Most summer camps host kayaking, arts and crafts classes and campfires, but what makes Camp Quest Northwest different is that it is literally "beyond belief."
Located just north of Seattle, Camp Quest Northwest is a summer camp for atheists or children of atheists, self-described "freethinkers" or people not otherwise traditionally religious.
"We would encourage them to read, to go to church," said Chuck Wolber, one of Camp Quest Northwest's founders. "The best way to become an atheist is to study the Bible, and I definitely recommend the kids do that."
The secular sleepaway camp rents the area from a Christian camp, so camp officials cover any signs saying "Lord" or "God" with masking tape, and replace those words with fantasy-like words, such as "Flying Spaghetti Monster," which they use to emphasize the imaginary nature of God.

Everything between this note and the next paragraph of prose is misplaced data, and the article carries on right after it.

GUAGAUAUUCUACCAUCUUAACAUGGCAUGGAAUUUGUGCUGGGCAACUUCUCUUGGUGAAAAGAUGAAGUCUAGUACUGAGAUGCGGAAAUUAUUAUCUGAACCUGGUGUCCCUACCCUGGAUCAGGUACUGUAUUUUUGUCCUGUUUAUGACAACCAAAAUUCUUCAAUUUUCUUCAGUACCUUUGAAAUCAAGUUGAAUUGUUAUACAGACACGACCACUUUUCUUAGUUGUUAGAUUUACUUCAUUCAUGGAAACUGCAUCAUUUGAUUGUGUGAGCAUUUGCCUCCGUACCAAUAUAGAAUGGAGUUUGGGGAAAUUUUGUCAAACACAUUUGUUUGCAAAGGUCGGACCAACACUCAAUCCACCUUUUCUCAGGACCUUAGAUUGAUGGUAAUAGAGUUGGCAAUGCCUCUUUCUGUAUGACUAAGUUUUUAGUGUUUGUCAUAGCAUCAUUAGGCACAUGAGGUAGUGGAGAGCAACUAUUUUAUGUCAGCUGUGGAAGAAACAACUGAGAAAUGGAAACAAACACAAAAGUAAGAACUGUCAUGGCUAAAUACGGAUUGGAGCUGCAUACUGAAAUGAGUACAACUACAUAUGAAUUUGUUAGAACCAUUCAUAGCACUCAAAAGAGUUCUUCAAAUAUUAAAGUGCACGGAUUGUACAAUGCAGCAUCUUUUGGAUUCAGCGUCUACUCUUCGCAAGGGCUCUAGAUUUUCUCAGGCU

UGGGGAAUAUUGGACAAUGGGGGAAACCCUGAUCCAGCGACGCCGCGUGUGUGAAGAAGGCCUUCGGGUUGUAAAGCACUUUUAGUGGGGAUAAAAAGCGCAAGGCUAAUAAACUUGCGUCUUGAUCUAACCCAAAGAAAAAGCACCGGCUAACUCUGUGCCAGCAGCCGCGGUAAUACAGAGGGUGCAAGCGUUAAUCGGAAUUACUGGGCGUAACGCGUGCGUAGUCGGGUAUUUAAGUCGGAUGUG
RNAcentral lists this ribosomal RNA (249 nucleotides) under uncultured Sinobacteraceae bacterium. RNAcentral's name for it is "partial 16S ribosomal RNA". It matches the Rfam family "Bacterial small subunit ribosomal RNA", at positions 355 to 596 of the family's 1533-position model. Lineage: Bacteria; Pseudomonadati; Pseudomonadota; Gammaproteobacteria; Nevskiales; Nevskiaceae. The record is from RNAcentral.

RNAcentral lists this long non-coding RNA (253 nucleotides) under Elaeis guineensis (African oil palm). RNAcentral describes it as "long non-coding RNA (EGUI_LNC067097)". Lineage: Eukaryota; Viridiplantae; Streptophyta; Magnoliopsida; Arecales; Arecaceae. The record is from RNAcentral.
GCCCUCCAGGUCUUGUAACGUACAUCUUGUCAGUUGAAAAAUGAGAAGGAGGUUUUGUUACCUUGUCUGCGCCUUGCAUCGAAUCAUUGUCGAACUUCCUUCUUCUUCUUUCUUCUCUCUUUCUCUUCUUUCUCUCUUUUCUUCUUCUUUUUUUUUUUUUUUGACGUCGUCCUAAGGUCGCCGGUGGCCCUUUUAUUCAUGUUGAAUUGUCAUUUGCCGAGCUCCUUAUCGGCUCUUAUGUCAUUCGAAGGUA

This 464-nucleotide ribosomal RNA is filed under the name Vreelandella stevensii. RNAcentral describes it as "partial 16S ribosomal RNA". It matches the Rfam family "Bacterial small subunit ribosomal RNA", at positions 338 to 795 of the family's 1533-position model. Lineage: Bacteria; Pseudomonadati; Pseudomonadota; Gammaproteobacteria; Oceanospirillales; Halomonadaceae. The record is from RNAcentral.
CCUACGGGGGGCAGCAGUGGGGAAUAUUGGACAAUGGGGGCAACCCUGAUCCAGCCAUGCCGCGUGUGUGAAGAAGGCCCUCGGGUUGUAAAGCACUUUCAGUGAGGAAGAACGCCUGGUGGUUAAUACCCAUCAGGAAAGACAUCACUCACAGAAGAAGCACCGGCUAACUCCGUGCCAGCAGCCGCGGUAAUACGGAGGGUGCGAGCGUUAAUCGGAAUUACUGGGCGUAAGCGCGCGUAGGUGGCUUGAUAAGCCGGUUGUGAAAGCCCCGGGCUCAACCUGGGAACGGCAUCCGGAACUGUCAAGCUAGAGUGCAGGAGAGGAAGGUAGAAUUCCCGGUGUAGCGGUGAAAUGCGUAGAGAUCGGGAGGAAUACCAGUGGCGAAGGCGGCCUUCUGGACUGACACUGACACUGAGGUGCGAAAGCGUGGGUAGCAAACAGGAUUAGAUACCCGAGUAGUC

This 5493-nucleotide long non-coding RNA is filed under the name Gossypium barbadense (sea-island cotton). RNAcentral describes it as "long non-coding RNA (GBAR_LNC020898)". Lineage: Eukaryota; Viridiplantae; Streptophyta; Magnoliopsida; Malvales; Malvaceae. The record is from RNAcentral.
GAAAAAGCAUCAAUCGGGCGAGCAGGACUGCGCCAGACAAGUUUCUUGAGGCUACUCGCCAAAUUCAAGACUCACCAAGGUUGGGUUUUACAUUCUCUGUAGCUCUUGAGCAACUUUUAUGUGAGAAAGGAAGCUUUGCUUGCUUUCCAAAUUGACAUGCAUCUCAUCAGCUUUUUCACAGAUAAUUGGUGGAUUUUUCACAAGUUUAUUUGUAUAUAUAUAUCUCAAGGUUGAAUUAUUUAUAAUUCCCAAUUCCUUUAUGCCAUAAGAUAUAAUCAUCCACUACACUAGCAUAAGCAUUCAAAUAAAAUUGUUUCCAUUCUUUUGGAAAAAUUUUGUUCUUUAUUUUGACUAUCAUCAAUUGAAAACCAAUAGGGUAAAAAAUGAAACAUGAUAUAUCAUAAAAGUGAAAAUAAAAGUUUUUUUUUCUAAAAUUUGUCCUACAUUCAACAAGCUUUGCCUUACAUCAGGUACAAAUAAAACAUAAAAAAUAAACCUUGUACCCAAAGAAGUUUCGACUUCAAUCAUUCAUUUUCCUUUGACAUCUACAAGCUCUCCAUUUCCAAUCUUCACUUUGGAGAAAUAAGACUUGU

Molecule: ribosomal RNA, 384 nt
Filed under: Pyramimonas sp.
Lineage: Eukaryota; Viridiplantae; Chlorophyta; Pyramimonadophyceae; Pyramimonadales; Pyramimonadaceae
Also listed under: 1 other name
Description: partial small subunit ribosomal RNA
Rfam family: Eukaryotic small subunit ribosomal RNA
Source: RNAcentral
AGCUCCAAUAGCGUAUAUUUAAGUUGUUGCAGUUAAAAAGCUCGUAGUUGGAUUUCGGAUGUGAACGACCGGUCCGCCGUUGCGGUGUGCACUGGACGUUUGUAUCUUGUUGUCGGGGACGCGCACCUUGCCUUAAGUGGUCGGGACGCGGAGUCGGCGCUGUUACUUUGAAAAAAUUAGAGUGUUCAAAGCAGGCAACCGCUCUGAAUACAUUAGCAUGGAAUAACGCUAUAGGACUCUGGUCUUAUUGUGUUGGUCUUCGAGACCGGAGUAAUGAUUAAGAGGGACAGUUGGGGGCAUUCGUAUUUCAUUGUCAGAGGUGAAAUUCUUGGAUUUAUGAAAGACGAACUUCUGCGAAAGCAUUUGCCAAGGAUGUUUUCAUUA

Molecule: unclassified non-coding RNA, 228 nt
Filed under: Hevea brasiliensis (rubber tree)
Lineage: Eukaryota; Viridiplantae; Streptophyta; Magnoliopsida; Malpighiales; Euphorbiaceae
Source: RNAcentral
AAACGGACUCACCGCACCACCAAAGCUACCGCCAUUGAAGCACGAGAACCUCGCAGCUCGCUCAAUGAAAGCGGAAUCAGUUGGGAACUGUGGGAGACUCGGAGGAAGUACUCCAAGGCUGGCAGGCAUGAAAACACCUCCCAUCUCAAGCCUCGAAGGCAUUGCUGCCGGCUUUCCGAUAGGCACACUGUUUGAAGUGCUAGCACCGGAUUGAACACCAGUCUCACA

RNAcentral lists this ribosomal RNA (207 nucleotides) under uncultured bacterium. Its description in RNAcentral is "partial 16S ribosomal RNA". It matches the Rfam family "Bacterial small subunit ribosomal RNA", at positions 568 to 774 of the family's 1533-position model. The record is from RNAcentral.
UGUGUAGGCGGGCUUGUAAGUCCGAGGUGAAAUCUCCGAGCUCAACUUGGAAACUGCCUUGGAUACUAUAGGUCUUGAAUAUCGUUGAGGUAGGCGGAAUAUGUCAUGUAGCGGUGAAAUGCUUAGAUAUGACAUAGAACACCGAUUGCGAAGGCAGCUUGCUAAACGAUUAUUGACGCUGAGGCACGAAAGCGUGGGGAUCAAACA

The camp hosts different sessions, such as the Socrates Cafe, where campers are free to discuss anything on their minds, from the age-old question of "where do we come from?" to how to handle bullies who pick on them because of their agnostic beliefs.
"It's amazing. I love it here," said a 9-year-old camper named Elle. "With certain people, you have to limit yourself or feel socially obligated. This feels nice to be here and not have to limit yourself and know you won't be bullied or hurt."
Camper Chandler Garry is like most 11-year-old boys, except he calls himself an atheist. He said he doesn't have an answer for why he doesn't believe in God, other than he hasn't seen proof that God exists.
"All of my friends are Christian," he said. "Sometimes I do get bullied because of that, because I'm an atheist."